But despite these problems, the 
    Tuvalans had their new money. They 
    could use it to buy themselves a 
    future. Or at least they could use it to 
    buy some time. Paul Lindsay, a 
    documentary film-maker, took these 
    questions with him all the way to 
    Tuvalu, and came back with an 
    incredible story. As the water rises, 
    the Tuvalans are using the money to 
    develop the land. They are building 
    new houses, planning nightclubs
    restaurants and hotels and new cars 
    are driving around on new roads. The 
    residents do not think this is strange: 
    "Just because we are sinking, it 
    doesn't mean we don't want to raise 
    our standards of living," Sam Teo, 
    Tuvalu's minister for natural 
    resources, told Lindsay.
    Tuvalu received $40 million for the 
    internet deal and used $10m of it to 
    asphalt the islands' 19km of roads. 
    Before 1999 there were four cars on 
    the islands. The Tuvalans used to 
    walk or cycle everywhere. As well as 
    new cars, the Tuvalans also imported 
    a lot of food and other goods. Now 
    they drive everywhere and eat more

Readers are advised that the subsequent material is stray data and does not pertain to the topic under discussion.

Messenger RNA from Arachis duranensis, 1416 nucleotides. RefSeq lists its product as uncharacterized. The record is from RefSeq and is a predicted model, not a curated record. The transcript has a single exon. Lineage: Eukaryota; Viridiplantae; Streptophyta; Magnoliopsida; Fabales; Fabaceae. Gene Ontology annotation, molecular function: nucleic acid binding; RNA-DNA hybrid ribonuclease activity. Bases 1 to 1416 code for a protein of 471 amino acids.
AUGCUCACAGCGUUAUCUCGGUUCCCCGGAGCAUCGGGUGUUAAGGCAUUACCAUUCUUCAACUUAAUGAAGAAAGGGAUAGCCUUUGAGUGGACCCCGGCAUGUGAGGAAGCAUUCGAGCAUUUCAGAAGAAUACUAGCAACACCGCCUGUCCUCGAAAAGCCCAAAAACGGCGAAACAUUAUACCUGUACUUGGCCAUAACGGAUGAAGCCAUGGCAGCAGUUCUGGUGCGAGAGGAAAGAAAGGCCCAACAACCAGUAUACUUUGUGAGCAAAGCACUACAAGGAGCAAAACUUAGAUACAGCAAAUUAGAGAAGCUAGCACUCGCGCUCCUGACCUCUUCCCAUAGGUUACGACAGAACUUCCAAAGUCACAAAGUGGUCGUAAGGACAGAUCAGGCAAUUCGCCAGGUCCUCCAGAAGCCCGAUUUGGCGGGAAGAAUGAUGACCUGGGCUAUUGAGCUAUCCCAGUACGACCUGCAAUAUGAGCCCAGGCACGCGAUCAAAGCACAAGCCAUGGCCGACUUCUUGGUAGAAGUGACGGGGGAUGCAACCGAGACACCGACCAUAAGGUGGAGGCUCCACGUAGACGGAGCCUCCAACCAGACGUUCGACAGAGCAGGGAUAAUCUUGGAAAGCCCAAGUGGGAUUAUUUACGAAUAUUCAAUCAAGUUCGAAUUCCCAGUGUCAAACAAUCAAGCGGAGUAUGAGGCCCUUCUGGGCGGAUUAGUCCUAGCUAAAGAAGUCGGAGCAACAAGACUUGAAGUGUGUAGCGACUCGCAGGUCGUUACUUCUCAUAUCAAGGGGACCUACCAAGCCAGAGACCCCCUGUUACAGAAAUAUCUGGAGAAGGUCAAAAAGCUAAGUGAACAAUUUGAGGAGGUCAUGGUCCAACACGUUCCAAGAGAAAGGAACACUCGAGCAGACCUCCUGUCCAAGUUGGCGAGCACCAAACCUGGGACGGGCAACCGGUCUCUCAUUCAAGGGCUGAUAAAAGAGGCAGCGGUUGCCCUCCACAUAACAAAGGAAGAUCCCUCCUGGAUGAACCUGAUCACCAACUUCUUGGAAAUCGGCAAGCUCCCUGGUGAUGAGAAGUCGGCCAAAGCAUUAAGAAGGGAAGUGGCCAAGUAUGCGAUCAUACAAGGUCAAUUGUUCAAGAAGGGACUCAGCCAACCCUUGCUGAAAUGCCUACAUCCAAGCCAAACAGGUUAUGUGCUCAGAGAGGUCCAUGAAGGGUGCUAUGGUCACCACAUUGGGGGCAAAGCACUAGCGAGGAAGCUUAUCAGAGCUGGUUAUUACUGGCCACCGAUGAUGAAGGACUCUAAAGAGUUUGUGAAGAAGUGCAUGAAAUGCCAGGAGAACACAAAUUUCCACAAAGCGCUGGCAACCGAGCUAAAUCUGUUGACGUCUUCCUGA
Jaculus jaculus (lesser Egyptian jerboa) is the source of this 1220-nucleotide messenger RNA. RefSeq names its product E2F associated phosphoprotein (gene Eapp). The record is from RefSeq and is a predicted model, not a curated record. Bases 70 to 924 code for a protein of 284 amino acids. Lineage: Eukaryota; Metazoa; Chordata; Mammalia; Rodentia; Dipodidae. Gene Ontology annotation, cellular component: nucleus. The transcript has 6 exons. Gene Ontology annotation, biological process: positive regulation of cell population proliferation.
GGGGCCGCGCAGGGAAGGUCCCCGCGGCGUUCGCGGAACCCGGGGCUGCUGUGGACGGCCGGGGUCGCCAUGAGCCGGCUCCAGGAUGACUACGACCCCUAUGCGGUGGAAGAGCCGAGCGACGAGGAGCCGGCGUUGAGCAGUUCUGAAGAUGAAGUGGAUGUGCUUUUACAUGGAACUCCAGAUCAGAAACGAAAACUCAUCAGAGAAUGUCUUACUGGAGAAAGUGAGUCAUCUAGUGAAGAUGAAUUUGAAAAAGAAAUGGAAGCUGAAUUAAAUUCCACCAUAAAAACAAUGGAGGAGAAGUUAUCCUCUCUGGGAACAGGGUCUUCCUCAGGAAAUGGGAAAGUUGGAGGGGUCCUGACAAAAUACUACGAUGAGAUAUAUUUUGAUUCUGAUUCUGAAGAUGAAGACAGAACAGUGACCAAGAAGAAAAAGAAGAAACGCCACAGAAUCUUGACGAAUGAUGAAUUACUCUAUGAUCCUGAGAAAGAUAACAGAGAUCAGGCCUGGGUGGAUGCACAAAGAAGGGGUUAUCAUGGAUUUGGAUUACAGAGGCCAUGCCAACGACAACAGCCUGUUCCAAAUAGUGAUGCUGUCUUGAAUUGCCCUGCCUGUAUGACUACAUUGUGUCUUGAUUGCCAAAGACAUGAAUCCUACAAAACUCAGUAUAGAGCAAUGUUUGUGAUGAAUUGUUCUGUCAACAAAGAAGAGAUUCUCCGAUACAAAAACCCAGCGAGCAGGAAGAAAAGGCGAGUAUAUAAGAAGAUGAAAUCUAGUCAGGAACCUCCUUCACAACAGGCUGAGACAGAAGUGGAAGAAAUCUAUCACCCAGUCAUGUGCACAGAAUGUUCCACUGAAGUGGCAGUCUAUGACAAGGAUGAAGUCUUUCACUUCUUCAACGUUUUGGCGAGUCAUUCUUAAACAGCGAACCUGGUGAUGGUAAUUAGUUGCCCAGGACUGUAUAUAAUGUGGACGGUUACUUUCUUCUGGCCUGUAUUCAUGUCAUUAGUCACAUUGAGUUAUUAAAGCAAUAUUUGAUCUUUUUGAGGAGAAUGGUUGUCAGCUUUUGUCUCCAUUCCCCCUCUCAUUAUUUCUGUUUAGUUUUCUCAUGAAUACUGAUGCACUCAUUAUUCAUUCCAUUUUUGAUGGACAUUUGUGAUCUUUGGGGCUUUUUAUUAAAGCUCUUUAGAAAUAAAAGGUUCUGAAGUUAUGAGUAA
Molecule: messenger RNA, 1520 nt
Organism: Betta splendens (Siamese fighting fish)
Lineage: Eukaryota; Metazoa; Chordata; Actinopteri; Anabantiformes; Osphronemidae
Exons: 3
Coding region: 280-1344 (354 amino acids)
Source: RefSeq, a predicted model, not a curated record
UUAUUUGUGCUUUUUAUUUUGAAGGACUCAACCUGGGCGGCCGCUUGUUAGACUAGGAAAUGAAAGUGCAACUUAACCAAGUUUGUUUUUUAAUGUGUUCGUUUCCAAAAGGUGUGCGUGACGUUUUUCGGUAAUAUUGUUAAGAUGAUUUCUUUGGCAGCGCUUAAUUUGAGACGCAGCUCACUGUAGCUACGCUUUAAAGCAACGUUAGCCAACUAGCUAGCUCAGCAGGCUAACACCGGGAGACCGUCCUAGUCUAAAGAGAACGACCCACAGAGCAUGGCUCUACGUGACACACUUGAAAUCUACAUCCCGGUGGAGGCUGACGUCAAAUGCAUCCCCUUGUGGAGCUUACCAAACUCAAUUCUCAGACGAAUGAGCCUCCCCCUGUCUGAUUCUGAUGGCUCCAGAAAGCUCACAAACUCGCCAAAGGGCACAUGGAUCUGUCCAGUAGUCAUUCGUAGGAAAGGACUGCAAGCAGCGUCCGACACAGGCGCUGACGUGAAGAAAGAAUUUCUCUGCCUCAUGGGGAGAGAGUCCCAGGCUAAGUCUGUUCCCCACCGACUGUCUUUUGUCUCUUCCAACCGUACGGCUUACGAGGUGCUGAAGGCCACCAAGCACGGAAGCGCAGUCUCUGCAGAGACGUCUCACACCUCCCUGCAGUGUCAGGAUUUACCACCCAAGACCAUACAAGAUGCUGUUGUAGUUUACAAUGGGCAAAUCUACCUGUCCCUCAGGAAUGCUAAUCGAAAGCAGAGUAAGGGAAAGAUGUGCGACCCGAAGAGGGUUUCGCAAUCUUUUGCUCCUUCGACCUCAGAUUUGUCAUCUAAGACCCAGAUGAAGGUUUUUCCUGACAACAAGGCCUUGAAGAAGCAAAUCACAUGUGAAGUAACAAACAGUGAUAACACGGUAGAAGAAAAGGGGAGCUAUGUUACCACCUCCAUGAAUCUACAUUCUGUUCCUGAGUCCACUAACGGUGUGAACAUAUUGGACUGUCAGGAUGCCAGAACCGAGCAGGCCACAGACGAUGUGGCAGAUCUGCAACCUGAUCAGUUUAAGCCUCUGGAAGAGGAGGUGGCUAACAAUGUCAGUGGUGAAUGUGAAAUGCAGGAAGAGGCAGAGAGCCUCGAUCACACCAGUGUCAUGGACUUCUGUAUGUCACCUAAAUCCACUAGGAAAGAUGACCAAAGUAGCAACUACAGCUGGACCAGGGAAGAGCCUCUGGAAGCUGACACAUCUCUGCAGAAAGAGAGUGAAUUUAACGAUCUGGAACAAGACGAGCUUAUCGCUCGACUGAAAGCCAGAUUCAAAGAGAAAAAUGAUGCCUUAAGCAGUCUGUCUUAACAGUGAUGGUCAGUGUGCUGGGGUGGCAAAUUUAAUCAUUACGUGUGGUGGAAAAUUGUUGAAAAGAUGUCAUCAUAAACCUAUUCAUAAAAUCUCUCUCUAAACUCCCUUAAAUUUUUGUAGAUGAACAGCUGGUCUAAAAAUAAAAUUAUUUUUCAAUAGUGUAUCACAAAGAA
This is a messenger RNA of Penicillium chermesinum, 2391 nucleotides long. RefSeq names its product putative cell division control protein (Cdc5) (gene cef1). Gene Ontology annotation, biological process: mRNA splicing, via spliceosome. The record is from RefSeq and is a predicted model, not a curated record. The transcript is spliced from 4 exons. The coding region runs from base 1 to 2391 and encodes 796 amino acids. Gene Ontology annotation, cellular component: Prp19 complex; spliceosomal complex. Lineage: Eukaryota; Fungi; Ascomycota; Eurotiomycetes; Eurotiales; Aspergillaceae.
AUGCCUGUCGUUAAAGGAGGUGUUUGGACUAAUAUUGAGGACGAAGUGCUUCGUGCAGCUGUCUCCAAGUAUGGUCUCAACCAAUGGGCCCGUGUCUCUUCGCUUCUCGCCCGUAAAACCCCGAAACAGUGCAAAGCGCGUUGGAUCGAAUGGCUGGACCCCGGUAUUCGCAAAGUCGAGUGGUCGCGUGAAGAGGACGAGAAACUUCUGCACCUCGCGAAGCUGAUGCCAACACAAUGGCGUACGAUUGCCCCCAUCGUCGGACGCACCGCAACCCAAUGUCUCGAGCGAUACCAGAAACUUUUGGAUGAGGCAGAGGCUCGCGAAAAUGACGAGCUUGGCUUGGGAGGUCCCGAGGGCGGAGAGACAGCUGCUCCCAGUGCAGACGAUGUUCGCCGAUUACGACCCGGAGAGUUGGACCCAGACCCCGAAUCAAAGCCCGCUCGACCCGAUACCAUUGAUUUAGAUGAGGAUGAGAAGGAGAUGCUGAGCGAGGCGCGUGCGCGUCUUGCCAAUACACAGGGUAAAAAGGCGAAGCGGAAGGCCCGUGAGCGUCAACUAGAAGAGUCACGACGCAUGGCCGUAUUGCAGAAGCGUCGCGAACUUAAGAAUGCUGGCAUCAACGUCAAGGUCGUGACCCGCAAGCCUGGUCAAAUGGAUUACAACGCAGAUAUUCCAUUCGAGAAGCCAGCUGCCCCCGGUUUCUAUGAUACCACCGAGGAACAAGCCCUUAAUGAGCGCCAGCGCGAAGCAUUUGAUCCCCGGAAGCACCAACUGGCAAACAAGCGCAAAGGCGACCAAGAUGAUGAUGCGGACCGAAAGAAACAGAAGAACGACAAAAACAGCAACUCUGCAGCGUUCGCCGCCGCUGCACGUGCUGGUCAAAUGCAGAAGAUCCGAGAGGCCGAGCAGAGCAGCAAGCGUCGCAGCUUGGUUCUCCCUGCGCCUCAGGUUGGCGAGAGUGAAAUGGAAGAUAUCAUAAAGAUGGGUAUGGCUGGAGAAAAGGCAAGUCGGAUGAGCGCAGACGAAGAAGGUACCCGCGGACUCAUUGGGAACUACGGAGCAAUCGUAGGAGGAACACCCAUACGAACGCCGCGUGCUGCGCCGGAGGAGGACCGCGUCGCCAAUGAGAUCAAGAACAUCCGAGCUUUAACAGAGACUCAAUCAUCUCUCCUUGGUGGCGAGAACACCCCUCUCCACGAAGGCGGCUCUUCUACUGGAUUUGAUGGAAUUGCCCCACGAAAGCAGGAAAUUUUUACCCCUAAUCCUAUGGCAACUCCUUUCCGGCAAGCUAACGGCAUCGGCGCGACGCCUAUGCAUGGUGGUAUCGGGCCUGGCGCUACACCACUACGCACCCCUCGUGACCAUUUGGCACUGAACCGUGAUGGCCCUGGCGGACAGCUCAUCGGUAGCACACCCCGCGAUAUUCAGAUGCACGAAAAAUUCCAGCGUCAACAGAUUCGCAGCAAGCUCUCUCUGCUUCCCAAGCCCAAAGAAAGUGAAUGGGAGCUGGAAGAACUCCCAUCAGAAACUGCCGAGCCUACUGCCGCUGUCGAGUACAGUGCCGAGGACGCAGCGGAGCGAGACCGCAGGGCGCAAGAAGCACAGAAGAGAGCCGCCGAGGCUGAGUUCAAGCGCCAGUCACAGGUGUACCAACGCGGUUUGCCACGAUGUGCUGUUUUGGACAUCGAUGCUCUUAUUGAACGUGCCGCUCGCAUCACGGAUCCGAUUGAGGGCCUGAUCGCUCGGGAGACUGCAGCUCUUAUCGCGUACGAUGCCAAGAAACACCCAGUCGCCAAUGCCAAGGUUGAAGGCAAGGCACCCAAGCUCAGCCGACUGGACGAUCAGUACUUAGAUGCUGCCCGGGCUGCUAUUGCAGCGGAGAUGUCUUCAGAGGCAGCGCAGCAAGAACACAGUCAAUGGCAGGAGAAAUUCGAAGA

food than before. 

    © Macmillan Publishers Ltd 2005 
    Taken from the news section in 
    Now many Tuvalans are fat and 
    suffer from high blood pressure and 
    Other Tuvalans discovered that it was 
    too expensive for them to keep their 
    cars, and that anyway cars are not 
    really necessary in a country that is 
    just 26 sq km in area. There is now a 
    huge rubbish dump in the middle of 
    this tropical paradise, full of old cars 
    and other waste.
    The Tuvalans also spent large 
    amounts of money telling the world 
    about their situation. Tuvalu joined 
    the United Nations, at a cost of $1.5m 
    a year. The Tuvalan delegation at the 
    United Nations was especially active 
    in supporting the Kyoto protocol to 
    fight global warming. But while the 
    political system argues about global 
    warming, the sea keeps rising, and 
    the Tuvalans keep spending their 
    All Tuvalans know that they will 
    probably not die of old age on their 
    islands. The solution to the problem 
    is not so simple, however. They 
    cannot move to the nearby island of 
    Kioa, because it will not take any 
    more immigrants. Australia doesn’t 
    want to let the Tuvalans in, and New 
    Zealand will only take a small 
    number each year. When the islands 
    are finally covered in water, the 
    Tuvalan nation will probably be split 
    After the eight months he spent in 
    Tuvalu, Lindsay is not sentimental 
    about white sands and turquoise 
    waters. "There are no more paradises. 
    Tuvalu is trying to keep its sense of 
    social solidarity in the face of 
    progress. Nowadays even paradise 
    has a price". 
    The Guardian Weekly 25-03-2005, 
    page 18

    © Macmillan Publishers Ltd 2005 
    Taken from the news section in